I believe I understand why Grand Seiko chose to use a steel loop here rather than the more commonly used leather. It’s to protect the more delicate polishing of the buckle in an area whose surface is exposed to constant wear and abrasion.
The result is that the entire deployant buckle is thicker than need be. Couple that with the long tail of the OEM strap and there’s far more attention drawn to this part of the watch than necessary. You cannot rest your wrist on a flat surface without feeling the steel loop’s uncomfortable bump beneath.
Further, the inner wrist side of the watch appears lopsided with both the long excess strap and the steel loop of the buckle bulging out.
Caliber 9R65 Spring Drive is currently the most standard of Grand Seiko’s 9R Spring Drive movements. Since the Spring Drive’s advent in 1999, the power reserves on these have steadily improved. Today, the piece I’m reviewing has a 72-hour power reserve that automatically winds with the barest of wrist movement.
Here’s what I learned of how the Spring Drive works. First, it has no batteries but does generate its own electrical current. This current comes from the mainspring unwinding. Think of how the generator for a bicycle light generates current as the wheel turns. Similar thing here.
Spring Drive consumes the electrical current equivalent of 1/300,000,000 of that used to power a single LED bulb.
A quartz oscillator and an integrated circuit-controlled rotor use the electrical power. The quartz oscillator vibrates at exactly 32,768 Hz, transmitting a precise reference signal to the integrated circuit, which compares the reference signal from the quartz oscillator with the revolution speed of the glide wheel turning in only one direction (clockwise, of course) rather than back and forth.
That’s how the second hand moves with a Zen-like smooth motion over the textured snowy dial.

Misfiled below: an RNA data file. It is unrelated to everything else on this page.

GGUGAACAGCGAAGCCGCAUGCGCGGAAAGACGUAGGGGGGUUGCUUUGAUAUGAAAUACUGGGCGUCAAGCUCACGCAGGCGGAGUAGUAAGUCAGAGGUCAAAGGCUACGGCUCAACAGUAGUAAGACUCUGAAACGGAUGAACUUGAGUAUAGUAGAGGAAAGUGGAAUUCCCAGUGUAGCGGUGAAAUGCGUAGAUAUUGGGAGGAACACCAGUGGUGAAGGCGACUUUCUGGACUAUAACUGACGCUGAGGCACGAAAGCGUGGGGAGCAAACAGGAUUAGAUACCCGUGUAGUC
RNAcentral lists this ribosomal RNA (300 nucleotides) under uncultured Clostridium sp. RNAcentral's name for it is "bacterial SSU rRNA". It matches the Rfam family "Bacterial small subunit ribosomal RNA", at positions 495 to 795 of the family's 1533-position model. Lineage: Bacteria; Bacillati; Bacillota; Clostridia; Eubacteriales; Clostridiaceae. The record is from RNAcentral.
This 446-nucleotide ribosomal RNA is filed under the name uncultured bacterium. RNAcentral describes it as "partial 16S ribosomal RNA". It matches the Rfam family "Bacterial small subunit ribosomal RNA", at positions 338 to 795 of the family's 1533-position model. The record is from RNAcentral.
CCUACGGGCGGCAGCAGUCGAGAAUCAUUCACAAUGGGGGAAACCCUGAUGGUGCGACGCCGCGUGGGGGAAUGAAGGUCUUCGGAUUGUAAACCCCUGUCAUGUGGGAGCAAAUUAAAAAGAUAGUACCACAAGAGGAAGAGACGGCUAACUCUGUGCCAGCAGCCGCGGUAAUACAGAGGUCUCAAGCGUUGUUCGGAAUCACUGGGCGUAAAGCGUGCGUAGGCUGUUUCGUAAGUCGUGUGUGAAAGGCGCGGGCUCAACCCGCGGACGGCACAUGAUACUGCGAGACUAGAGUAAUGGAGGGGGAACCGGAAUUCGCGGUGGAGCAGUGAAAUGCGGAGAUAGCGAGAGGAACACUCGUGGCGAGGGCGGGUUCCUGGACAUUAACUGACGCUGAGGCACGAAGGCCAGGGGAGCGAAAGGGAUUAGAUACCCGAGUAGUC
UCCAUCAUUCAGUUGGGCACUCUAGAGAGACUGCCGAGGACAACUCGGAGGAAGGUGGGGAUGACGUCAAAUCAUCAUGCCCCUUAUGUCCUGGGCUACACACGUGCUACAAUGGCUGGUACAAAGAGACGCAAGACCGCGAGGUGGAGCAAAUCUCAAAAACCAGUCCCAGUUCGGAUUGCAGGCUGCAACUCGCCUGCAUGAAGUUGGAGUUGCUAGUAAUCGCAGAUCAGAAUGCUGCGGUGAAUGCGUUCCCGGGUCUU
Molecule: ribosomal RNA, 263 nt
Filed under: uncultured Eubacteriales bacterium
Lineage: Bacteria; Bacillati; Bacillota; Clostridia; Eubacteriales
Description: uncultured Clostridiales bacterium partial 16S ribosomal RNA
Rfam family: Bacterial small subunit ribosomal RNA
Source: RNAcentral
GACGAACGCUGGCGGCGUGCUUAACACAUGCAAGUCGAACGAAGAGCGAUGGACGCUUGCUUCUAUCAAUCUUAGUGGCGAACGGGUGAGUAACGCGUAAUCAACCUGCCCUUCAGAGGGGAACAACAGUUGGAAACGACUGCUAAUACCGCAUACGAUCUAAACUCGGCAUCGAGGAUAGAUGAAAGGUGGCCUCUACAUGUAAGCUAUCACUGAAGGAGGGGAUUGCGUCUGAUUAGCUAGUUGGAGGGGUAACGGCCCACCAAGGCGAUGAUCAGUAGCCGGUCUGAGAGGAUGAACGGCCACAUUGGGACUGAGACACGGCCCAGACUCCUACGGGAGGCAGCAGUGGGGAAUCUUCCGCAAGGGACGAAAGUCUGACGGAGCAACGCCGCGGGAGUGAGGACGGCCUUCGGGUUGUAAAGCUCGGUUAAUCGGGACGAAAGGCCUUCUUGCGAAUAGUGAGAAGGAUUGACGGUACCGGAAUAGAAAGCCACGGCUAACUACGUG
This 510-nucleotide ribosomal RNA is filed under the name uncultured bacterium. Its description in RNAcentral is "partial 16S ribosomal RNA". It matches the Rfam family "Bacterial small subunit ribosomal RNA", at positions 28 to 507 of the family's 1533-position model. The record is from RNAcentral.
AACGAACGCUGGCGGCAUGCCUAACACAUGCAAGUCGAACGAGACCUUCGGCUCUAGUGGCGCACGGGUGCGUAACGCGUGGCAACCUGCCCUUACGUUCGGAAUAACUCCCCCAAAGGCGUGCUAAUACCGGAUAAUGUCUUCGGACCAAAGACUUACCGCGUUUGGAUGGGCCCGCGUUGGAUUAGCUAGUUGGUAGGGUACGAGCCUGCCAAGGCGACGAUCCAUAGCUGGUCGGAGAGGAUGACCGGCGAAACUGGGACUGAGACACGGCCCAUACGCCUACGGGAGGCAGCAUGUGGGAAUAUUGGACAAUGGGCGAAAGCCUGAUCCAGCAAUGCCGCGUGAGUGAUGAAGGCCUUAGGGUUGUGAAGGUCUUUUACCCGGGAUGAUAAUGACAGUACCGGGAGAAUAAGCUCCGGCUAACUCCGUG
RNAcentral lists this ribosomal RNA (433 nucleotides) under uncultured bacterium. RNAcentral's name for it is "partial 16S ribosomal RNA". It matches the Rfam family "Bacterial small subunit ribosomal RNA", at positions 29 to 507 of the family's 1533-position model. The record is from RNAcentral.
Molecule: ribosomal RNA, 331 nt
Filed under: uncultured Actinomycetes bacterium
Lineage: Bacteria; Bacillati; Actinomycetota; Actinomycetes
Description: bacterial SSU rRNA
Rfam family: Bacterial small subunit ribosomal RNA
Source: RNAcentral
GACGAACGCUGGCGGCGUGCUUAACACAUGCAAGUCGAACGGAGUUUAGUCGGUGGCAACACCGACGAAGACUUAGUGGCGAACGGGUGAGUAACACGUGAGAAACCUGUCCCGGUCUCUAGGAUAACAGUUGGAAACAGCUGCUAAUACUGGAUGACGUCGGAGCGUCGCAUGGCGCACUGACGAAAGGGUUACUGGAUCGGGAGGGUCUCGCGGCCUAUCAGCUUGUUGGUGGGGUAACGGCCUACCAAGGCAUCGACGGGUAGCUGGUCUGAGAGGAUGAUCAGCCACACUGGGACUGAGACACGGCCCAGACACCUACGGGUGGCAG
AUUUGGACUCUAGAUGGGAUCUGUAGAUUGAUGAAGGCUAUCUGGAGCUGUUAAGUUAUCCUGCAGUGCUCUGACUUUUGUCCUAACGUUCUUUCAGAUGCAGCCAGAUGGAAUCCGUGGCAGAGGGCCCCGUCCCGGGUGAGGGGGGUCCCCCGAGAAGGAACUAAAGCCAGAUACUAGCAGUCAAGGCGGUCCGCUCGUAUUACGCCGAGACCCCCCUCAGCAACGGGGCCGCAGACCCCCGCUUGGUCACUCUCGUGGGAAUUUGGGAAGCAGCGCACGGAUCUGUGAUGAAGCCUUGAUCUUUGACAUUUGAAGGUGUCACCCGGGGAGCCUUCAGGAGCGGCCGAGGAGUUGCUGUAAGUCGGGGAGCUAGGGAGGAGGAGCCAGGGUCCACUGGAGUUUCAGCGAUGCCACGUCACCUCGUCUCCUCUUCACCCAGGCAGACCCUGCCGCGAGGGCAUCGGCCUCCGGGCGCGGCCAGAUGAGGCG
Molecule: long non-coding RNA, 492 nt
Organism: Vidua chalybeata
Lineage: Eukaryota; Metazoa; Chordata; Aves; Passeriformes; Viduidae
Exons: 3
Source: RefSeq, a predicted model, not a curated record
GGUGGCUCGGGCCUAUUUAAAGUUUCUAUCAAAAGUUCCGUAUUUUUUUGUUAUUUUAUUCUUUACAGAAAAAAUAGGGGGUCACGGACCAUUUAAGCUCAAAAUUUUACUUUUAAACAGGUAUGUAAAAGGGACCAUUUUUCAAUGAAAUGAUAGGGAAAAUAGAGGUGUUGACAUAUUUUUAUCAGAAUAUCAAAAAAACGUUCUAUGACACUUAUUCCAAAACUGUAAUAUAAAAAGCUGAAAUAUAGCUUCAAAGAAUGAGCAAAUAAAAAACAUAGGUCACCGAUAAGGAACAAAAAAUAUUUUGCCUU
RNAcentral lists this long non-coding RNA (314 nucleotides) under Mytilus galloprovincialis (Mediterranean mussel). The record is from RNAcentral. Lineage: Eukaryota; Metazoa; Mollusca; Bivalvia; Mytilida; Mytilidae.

The integrated circuit applies a magnetic brake when the glide wheel spins too fast. This regulates movement of the hands with a precision not seen before in mechanical watches.
Grand Seiko says this watch is accurate to +/- 1 second/day and +/- 15 seconds per month. The company also says that owners often experience better rates. That was true of my time with the Blue Snowflake. It was accurate to one second ahead during the entire week I had it – on my wrist and in a watch winder.
This watch is no Rolex Submariner. So, yes, it does require more care in the handling of it. Then again, it wasn’t designed for the environments the Sub was.
Grand Seiko recommends not allowing the sun to beat down on the dial for extended periods and not exposing the watch to temperatures below 5°C or above 35°C.
Also, keep the watch away from areas of strong magnetism and static electricity. Keep it out of dusty environments. Don’t expose it to high humidity. And finally, no strong vibrations, please. Of course not. There’s a quartz crystal inside vibrating away at precisely 32,768 Hz.
But it is water resistant to 10 bar and without a screw-down crown.
The Grand Seiko Blue Snowflake is an extraordinary timepiece. It’s beautiful. It’s uncommon and rare. Its design appears simple yet is singularly complex.
For me, the Snowflake is a work of art created by some of the industry’s finest artisans. The few problems I found are easily remedied, and I can live with those that aren’t. After enjoying it for a while, I’m beginning to think this watch deserves a place in my modest collection.
For more information, please visit www.grand-seiko.com/us-en/special/sbga407.
Special thanks to GaryG for the outstanding photography.
Quick Facts Grand Seiko Blue Snowflake Reference SBGA407
Case: 40.2 x12.8 mm, stainless steel
Dial: blue stamped “snowflake” pattern
Movement: Seiko Spring Drive Caliber 9R65, automatic winding, power reserve 72 hours, 32,768 vph frequency
Functions: hours, minutes, seconds; date, power reserve